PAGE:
How to Choose a High School in B.C. for International Students
Parents, who can afford to send their children to attend high school (private or public) in B.C., for sure will want to choose the best school; however, the “best” does not always equate to the “most suitable”. Parents often base their judgement of the “best” on some very superficial factors or they just simply follow the advice of an agent.
Some superficial factors would probably be : the school’s ranking, the percentage of students getting top grades (A or B) in most subjects and the percentage of students being accepted to well-known universities, to name a few.
Parents often forget or choose to forget that children are born unique. What works well for one child might not necessarily works for the other. In Asia, the education system is highly competitive and academically suffocating, which is definitely not suitable for all students. Those who could not handle the heavy load of homework and exams are lucky to have parents who can afford and willing to send them over to B.C. to study.
The B.C. education system is not flawless (no system is perfect in this world); however, it offers students a pretty good variety of courses to select from, hence helps them explore their personal interests. Since the majority of international students are attending high schools, this article focuses on characteristics of high schools.
Due to the fact that high school graduation in B.C. is based on a standard curriculum, there is actually not much of a big difference among public schools and private schools. A great number of parents, especially Asians, believe that private schools are a lot better than public schools due to the fact that private school fees are normally much higher than those of public schools for international students and they seem to have more of a say in the school as a result of paying a large sum of money. These parents lack the knowledge that B.C. teachers are unionized and their wages and benefits are in fact very competitive so public schools do attract and retain a good number of high quality teachers. Also, public schools are funded by the government; therefore, resources are sufficient and stable. The possibility of a teachers’ strike is a minus for public schools though. Do note that not all public schools have international intakes, so double check online, with the school boards or agents prior to the application.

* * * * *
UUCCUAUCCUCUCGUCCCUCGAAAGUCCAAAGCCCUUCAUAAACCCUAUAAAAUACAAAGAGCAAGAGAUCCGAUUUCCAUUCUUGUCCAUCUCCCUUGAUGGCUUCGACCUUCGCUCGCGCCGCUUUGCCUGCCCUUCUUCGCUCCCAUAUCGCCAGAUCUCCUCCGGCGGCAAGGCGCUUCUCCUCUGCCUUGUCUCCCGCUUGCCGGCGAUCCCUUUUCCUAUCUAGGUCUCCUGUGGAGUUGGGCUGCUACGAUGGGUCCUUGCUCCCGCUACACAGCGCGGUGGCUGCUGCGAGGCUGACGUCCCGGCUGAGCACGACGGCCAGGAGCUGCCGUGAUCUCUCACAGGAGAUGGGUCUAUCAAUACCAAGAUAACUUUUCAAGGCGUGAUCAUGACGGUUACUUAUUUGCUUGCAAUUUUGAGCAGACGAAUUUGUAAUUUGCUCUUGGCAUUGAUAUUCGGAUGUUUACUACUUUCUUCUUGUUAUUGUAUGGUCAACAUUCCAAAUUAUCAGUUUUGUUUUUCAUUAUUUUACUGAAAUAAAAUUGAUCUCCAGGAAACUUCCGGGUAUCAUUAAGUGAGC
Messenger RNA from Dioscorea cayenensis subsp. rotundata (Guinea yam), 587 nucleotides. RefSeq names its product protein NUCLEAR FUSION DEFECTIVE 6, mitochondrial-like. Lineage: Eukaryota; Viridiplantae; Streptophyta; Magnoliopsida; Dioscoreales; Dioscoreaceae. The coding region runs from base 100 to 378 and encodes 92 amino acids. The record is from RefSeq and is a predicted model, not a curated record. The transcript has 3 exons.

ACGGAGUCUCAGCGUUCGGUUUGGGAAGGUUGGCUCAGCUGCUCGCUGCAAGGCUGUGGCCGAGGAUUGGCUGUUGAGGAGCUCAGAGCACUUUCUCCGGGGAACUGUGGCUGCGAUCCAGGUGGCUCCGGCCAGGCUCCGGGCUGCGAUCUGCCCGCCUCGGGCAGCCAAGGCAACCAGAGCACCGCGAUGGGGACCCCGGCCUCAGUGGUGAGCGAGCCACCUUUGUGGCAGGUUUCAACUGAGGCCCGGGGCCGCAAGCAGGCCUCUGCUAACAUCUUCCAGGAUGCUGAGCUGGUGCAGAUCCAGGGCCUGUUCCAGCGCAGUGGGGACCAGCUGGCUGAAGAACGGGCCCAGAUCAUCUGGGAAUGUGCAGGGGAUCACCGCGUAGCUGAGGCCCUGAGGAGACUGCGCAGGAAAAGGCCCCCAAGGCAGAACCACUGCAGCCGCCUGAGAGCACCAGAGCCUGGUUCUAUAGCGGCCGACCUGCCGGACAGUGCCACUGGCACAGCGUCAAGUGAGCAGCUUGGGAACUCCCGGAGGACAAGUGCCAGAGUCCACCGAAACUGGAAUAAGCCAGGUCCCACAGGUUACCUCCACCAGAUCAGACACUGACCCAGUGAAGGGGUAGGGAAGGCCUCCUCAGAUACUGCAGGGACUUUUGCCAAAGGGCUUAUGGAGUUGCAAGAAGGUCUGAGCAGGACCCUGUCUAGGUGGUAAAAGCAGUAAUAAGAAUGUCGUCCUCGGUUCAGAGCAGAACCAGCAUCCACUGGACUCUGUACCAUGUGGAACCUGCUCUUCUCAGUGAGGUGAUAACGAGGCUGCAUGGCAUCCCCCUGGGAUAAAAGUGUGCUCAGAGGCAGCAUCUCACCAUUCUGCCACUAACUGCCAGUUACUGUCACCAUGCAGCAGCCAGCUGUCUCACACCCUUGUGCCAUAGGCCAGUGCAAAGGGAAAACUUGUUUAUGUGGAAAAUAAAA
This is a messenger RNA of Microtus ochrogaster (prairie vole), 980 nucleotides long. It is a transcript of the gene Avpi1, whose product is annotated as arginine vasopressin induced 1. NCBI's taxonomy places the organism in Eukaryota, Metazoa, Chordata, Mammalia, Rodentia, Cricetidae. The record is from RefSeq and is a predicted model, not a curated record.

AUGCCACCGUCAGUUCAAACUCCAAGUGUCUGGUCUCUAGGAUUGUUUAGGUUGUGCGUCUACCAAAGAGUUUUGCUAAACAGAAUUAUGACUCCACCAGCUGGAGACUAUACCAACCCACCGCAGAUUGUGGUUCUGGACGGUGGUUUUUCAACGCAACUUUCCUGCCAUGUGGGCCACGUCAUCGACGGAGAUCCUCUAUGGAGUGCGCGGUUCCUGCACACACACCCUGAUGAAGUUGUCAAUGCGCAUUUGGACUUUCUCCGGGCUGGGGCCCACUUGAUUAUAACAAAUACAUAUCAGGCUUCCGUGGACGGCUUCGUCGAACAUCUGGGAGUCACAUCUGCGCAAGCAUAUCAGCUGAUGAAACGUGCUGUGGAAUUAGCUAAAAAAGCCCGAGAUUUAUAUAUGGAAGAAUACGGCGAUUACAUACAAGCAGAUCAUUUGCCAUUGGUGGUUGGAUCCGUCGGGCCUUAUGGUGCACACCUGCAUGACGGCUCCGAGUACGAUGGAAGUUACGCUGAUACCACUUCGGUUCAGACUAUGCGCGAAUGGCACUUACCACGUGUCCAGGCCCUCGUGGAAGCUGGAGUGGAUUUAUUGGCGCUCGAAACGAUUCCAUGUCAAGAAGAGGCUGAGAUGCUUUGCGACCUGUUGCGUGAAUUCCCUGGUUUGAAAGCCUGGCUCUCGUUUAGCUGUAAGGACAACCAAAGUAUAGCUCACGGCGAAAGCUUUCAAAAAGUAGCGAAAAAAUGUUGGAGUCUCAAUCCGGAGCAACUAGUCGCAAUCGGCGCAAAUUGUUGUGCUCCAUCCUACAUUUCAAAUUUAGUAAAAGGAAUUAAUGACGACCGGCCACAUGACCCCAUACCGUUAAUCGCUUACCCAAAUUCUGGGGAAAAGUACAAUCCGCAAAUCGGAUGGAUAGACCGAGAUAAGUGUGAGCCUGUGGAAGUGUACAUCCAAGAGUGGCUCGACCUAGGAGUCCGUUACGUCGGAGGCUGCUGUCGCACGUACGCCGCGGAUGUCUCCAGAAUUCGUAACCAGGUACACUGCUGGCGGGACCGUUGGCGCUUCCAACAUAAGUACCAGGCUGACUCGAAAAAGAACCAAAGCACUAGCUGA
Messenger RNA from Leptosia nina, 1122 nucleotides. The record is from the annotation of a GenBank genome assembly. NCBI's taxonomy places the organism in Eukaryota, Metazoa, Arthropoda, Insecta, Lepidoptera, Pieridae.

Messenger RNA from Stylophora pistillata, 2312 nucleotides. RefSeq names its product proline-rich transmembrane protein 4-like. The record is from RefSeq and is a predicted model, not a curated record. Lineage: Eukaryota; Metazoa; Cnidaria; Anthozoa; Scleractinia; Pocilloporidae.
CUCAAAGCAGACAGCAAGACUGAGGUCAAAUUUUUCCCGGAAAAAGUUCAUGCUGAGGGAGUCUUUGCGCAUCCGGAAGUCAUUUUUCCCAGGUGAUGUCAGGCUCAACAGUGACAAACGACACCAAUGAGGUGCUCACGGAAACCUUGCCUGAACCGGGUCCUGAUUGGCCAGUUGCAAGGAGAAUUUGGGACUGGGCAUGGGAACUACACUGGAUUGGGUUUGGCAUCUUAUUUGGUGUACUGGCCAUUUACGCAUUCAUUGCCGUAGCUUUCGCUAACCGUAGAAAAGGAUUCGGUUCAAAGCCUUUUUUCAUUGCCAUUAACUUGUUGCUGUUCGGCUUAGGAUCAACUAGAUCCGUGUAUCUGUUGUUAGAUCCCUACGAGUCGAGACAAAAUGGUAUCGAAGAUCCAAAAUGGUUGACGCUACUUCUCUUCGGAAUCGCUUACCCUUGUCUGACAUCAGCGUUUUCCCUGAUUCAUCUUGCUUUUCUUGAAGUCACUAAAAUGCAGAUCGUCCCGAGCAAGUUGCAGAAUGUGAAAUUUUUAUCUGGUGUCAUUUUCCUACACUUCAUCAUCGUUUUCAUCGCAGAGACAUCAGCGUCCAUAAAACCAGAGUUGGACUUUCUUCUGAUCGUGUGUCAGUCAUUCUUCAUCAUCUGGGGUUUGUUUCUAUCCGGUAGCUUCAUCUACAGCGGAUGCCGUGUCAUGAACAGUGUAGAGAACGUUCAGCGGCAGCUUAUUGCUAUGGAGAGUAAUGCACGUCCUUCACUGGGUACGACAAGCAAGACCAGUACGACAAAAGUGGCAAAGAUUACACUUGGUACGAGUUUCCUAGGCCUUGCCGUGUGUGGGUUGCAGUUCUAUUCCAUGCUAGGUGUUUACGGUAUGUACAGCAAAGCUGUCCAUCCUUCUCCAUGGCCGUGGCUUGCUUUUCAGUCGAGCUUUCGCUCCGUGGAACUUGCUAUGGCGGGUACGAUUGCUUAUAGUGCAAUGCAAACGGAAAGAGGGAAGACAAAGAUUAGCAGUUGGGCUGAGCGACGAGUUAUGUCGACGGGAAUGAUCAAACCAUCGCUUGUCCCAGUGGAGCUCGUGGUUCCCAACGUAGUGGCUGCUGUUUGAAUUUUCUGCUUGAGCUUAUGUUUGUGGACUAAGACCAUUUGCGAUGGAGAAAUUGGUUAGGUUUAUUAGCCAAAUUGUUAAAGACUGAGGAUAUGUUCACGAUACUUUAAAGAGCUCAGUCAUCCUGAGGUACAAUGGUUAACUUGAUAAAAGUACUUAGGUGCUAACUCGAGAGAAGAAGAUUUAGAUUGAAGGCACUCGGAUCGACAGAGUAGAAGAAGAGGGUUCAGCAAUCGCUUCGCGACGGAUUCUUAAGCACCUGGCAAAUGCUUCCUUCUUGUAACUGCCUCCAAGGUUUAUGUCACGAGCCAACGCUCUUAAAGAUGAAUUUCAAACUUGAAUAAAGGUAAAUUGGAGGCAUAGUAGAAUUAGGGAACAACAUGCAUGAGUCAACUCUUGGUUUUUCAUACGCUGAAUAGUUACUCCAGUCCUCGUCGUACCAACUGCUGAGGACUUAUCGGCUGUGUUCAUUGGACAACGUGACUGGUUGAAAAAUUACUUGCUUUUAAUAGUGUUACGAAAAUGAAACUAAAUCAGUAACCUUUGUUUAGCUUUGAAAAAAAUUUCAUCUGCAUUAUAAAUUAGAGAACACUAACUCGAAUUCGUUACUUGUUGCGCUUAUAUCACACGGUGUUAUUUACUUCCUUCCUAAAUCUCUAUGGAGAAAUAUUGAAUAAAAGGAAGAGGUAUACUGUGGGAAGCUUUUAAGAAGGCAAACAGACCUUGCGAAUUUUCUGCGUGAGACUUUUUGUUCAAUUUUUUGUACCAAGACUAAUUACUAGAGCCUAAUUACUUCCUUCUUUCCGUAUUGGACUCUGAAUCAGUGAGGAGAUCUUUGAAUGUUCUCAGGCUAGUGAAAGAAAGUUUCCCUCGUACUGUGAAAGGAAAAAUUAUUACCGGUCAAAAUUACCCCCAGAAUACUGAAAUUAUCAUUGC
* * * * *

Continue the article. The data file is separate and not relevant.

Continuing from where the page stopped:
Nearly all international students from Asia have English as their second language and must attend some level of ELL (formerly called ESL) classes; therefore, the choice of high school is critical in this perspective. There are 5 ELL levels and students must complete certain levels to be entitled to take certain core courses such as Social Studies 10, Science 10, and English 10. Most schools work on a year-round basis but some are on a semester system. Selecting the most suitable school-term system is crucial. For instance, students are not allowed to take English 10 unless passing ELL 4 Level; therefore,students with weaker English background should choose a semester-bases school rather than year-round one in order to catch up with the ELL levels and minimize the chance of not graduating on time from a regular high school. Take not that people in B.C., who reach the age of 19, are considered as adults and are not allowed to stay in regular high schools, thus they must go to adult schools to complete their secondary education, which might adversely affect their admission to desired university or college.
Small tips as mentioned above are usually not made aware to parents simply because family members and friends do not know about it. The reasons agents do not warn parents either is because they certainly do not know about the information or they have a different agenda – whoever pays more commission gets the business!
In conclusion, choosing a “suitable” high school for your kid is not, after all, so difficult in B.C., where the education system is quite well established and consistent. Ask yourself and your children what you want to achieve and what your priorities are?
• A fast improvement of English in a relatively short period of time – choose a school located in areas where there is a large percentage of English speaking population (e.g. Delta)
• A diverse community with a rich mix of cultural and ethnic background – choose a school located in areas where there are many-generation Canadians from different ethnicity (e.g. East side of Vancouver)
• A community which offers similar environment as Asia – choose a school located in areas where there is a large population of newly immigrated Asians (e.g. Richmond)
Consultants at Global Bridge are not only knowledgeable from an agent’s perspective but also attentive to parents’ considerations as well as students’ abilities. You are welcome to email us or call us about your questions, and we will do our best to help.